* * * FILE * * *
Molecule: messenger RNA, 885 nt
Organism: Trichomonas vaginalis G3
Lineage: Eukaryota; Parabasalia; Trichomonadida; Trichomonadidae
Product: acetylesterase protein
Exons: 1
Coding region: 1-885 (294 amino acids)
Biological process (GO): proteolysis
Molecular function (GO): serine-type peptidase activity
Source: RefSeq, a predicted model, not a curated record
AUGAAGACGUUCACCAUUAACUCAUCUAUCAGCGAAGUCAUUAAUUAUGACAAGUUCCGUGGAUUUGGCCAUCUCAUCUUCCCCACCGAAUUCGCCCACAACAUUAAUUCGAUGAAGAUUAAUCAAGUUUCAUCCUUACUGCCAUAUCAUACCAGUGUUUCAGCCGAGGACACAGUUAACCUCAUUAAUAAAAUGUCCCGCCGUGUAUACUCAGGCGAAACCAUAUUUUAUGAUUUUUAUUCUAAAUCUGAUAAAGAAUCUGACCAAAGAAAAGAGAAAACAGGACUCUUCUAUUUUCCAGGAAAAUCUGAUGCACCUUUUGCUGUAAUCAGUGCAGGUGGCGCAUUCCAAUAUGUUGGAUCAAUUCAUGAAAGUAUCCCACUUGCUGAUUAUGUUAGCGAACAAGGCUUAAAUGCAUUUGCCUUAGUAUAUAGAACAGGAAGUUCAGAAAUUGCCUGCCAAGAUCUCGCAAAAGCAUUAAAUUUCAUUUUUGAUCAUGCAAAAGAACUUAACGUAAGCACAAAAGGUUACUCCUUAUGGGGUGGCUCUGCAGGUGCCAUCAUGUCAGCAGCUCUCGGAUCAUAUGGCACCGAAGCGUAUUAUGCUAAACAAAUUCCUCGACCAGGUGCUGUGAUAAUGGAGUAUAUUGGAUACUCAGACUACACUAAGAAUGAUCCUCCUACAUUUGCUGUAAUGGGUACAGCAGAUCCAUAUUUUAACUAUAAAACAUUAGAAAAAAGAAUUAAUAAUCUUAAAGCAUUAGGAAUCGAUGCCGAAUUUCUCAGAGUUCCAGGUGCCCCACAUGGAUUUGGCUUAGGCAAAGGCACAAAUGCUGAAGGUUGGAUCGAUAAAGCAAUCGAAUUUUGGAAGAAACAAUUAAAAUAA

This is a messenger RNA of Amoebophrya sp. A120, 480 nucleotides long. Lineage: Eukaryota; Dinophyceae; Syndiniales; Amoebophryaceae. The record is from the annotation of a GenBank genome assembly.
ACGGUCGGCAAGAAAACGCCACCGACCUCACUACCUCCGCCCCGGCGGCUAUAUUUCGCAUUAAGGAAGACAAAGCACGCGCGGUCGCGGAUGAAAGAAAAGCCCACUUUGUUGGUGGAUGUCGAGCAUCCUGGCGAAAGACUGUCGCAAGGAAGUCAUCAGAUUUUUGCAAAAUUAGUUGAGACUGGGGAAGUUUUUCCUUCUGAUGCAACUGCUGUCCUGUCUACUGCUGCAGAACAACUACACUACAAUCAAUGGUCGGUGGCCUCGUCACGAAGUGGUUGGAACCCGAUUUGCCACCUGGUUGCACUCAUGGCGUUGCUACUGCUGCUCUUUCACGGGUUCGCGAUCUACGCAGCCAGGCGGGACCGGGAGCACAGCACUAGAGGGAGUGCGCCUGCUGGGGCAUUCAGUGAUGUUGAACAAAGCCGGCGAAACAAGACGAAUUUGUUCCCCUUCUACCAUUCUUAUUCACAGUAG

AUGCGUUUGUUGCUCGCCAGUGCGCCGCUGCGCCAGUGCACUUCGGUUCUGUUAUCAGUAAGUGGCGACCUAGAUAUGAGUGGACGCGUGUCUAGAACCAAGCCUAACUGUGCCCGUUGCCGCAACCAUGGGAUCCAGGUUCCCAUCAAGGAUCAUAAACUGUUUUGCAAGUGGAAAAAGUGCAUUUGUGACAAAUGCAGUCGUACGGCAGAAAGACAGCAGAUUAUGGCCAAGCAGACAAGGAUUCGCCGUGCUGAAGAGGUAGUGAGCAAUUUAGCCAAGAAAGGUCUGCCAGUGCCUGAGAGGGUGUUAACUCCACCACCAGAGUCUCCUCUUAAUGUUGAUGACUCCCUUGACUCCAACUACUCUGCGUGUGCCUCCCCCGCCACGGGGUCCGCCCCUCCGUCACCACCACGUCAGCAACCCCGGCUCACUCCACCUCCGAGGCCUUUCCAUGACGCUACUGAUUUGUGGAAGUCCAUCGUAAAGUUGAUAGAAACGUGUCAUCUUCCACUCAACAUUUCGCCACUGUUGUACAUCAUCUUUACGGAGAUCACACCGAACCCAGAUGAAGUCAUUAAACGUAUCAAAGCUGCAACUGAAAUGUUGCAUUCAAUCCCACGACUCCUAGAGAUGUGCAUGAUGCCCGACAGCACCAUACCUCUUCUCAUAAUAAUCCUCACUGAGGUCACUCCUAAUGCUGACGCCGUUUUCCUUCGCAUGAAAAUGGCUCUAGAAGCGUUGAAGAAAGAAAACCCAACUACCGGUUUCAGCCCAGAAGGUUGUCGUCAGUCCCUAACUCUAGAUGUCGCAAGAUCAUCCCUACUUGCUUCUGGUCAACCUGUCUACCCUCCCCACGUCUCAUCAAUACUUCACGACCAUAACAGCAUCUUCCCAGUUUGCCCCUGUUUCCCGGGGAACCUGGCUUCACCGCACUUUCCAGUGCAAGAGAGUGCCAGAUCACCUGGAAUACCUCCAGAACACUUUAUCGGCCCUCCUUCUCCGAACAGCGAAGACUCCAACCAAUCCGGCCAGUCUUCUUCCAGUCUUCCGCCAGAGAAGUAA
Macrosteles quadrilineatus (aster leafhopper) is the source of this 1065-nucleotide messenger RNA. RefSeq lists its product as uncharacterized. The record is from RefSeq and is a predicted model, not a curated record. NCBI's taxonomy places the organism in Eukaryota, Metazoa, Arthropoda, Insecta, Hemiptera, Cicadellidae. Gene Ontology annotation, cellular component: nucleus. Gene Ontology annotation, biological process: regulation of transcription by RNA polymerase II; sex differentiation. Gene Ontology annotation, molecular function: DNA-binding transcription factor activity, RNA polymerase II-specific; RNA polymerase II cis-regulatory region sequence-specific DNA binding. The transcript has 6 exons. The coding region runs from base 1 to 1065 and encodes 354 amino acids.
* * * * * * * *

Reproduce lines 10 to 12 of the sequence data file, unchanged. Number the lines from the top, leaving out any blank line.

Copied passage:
AUGAAGACGUUCACCAUUAACUCAUCUAUCAGCGAAGUCAUUAAUUAUGACAAGUUCCGUGGAUUUGGCCAUCUCAUCUUCCCCACCGAAUUCGCCCACAACAUUAAUUCGAUGAAGAUUAAUCAAGUUUCAUCCUUACUGCCAUAUCAUACCAGUGUUUCAGCCGAGGACACAGUUAACCUCAUUAAUAAAAUGUCCCGCCGUGUAUACUCAGGCGAAACCAUAUUUUAUGAUUUUUAUUCUAAAUCUGAUAAAGAAUCUGACCAAAGAAAAGAGAAAACAGGACUCUUCUAUUUUCCAGGAAAAUCUGAUGCACCUUUUGCUGUAAUCAGUGCAGGUGGCGCAUUCCAAUAUGUUGGAUCAAUUCAUGAAAGUAUCCCACUUGCUGAUUAUGUUAGCGAACAAGGCUUAAAUGCAUUUGCCUUAGUAUAUAGAACAGGAAGUUCAGAAAUUGCCUGCCAAGAUCUCGCAAAAGCAUUAAAUUUCAUUUUUGAUCAUGCAAAAGAACUUAACGUAAGCACAAAAGGUUACUCCUUAUGGGGUGGCUCUGCAGGUGCCAUCAUGUCAGCAGCUCUCGGAUCAUAUGGCACCGAAGCGUAUUAUGCUAAACAAAUUCCUCGACCAGGUGCUGUGAUAAUGGAGUAUAUUGGAUACUCAGACUACACUAAGAAUGAUCCUCCUACAUUUGCUGUAAUGGGUACAGCAGAUCCAUAUUUUAACUAUAAAACAUUAGAAAAAAGAAUUAAUAAUCUUAAAGCAUUAGGAAUCGAUGCCGAAUUUCUCAGAGUUCCAGGUGCCCCACAUGGAUUUGGCUUAGGCAAAGGCACAAAUGCUGAAGGUUGGAUCGAUAAAGCAAUCGAAUUUUGGAAGAAACAAUUAAAAUAA

This is a messenger RNA of Amoebophrya sp. A120, 480 nucleotides long. Lineage: Eukaryota; Dinophyceae; Syndiniales; Amoebophryaceae. The record is from the annotation of a GenBank genome assembly.
ACGGUCGGCAAGAAAACGCCACCGACCUCACUACCUCCGCCCCGGCGGCUAUAUUUCGCAUUAAGGAAGACAAAGCACGCGCGGUCGCGGAUGAAAGAAAAGCCCACUUUGUUGGUGGAUGUCGAGCAUCCUGGCGAAAGACUGUCGCAAGGAAGUCAUCAGAUUUUUGCAAAAUUAGUUGAGACUGGGGAAGUUUUUCCUUCUGAUGCAACUGCUGUCCUGUCUACUGCUGCAGAACAACUACACUACAAUCAAUGGUCGGUGGCCUCGUCACGAAGUGGUUGGAACCCGAUUUGCCACCUGGUUGCACUCAUGGCGUUGCUACUGCUGCUCUUUCACGGGUUCGCGAUCUACGCAGCCAGGCGGGACCGGGAGCACAGCACUAGAGGGAGUGCGCCUGCUGGGGCAUUCAGUGAUGUUGAACAAAGCCGGCGAAACAAGACGAAUUUGUUCCCCUUCUACCAUUCUUAUUCACAGUAG